The clinical signs of prostatic abscesses vary with the type and severity of the prostatic disease. Prostatic abscesses usually arise from chronic infections of the prostate gland. The abscess forms as the immune system attempts to isolate, or wall off, an area of infection. E. coli is the most common bacterium that causes prostatitis and abscessation. There may be single or multiple abscesses within the prostate. The abscess can be small or very large. The largest abscesses probably develop from paraprostatic cysts (large fluid filled sacs connected to the prostate by a thin stalk) that become infected. These abscesses may become large enough to put pressure on other internal organs.

    When the abscess enlarges to the point of putting pressure on the colon and decreasing its functional diameter, your dog will strain when defecating (tenesmus). The occasional “ribbon-like” appearance to the stools is a result of this compression. The decreased diameter can also result in constipation. If the abscess places pressure on the urethra, your dog will also strain when he urinates and there will be a urethral obstruction. Dogs with prostatic abscesses are usually ill. They may have either acute (rapid) or chronic (long standing) illness.

    Animals may become critically ill if there is a urinary obstruction, or if the bacterial infection has spread to the blood (septicemia). Occasionally a large thin walled abscess may rupture, and release it’s contents into the abdominal cavity. This requires emergency treatment, as peritonitis, or inflammation within the abdominal cavity, and possibly septic shock would result. Other diseases that may cause similar signs as a prostatic abscess include:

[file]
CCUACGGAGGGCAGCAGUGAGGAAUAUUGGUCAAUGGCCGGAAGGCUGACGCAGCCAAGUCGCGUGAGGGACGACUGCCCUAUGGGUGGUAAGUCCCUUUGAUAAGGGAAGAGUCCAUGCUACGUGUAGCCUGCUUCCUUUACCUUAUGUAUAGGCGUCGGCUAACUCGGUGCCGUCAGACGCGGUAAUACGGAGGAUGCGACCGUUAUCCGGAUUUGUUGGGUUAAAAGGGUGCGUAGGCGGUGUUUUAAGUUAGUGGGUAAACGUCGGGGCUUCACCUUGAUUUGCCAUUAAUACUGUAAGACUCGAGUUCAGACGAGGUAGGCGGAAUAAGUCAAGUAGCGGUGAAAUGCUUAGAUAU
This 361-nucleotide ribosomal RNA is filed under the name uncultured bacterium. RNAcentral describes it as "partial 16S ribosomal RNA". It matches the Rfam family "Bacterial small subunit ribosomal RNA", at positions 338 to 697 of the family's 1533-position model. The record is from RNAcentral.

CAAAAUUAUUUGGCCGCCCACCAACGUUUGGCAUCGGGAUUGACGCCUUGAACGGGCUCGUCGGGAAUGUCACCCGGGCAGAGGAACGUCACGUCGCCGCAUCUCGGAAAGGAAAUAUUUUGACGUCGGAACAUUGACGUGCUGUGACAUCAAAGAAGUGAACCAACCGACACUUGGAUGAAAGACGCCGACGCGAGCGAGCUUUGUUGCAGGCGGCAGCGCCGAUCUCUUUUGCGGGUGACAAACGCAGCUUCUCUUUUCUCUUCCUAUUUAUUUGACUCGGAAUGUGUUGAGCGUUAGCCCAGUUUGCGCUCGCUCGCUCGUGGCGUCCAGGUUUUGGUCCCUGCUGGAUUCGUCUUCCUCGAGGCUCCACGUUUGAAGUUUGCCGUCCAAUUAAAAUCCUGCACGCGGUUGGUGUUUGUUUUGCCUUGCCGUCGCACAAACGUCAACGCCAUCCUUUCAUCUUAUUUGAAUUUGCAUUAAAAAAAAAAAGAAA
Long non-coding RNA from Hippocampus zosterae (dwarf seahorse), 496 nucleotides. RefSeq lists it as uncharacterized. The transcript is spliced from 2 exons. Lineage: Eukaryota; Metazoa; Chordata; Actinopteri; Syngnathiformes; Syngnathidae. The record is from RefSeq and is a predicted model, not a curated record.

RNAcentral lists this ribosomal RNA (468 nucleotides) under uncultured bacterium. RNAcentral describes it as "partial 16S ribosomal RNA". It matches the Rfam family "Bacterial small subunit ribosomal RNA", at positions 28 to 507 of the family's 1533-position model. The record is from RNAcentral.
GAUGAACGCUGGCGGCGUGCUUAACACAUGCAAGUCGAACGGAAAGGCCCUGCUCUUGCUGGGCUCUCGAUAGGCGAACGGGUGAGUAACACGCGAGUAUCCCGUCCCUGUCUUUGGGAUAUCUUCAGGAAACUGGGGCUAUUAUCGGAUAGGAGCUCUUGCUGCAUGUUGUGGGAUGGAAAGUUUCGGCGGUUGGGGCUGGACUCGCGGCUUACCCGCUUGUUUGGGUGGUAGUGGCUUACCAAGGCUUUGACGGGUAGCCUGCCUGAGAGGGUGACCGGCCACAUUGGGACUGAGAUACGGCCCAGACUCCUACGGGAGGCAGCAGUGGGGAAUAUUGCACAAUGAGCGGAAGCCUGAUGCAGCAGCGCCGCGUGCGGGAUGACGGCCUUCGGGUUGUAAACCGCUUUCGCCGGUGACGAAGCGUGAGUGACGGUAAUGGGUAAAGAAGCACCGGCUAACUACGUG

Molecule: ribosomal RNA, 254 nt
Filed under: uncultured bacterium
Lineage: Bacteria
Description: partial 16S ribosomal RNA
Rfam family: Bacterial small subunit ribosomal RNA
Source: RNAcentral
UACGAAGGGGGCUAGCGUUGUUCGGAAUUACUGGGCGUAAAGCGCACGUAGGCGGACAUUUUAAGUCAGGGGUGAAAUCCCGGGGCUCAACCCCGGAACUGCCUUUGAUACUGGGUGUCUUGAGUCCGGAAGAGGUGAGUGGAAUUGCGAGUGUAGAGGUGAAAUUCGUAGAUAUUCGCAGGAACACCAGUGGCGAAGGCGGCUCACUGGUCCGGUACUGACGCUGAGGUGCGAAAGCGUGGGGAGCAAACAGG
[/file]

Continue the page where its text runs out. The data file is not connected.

• Paraprostatic cysts. Paraprostatic cysts are fluid-filled sacs that are connected to the prostate by a thin stalk. The cysts may be developmental in origin and arise from remnants of fetal tissue that normally degenerates (uterus masculinus). The cyst can also be directly of prostatic origin. Cysts can occur singly or in multiples, and they can get very large. Animals usually only feel ill if the cysts become large enough to compress other internal organs.
  • Prostatic neoplasia (cancer). Animals with prostatic neoplasia also tend to be systemically ill, and have a history of weight loss. Tumors of the prostate are almost always malignant. The most common tumors involving the prostate are adenocarcinoma and transitional cell carcinoma. In contrast to most other types of prostatic disease, prostatic cancer occurs with the same frequency in both intact and neutered dogs. In a neutered male dog with significant prostatomegaly, prostatic neoplasia would be high on the list of potential causes.
  • Acute prostatitis. Prostatitis is a bacterial infection of the prostate gland. Usually, the prostate is painful to palpation, and the dog acts ill. A large prostate and a bloody discharge from the penis or blood in the urine are also common signs. Animals with the acute disease may also present critically ill with septicemia.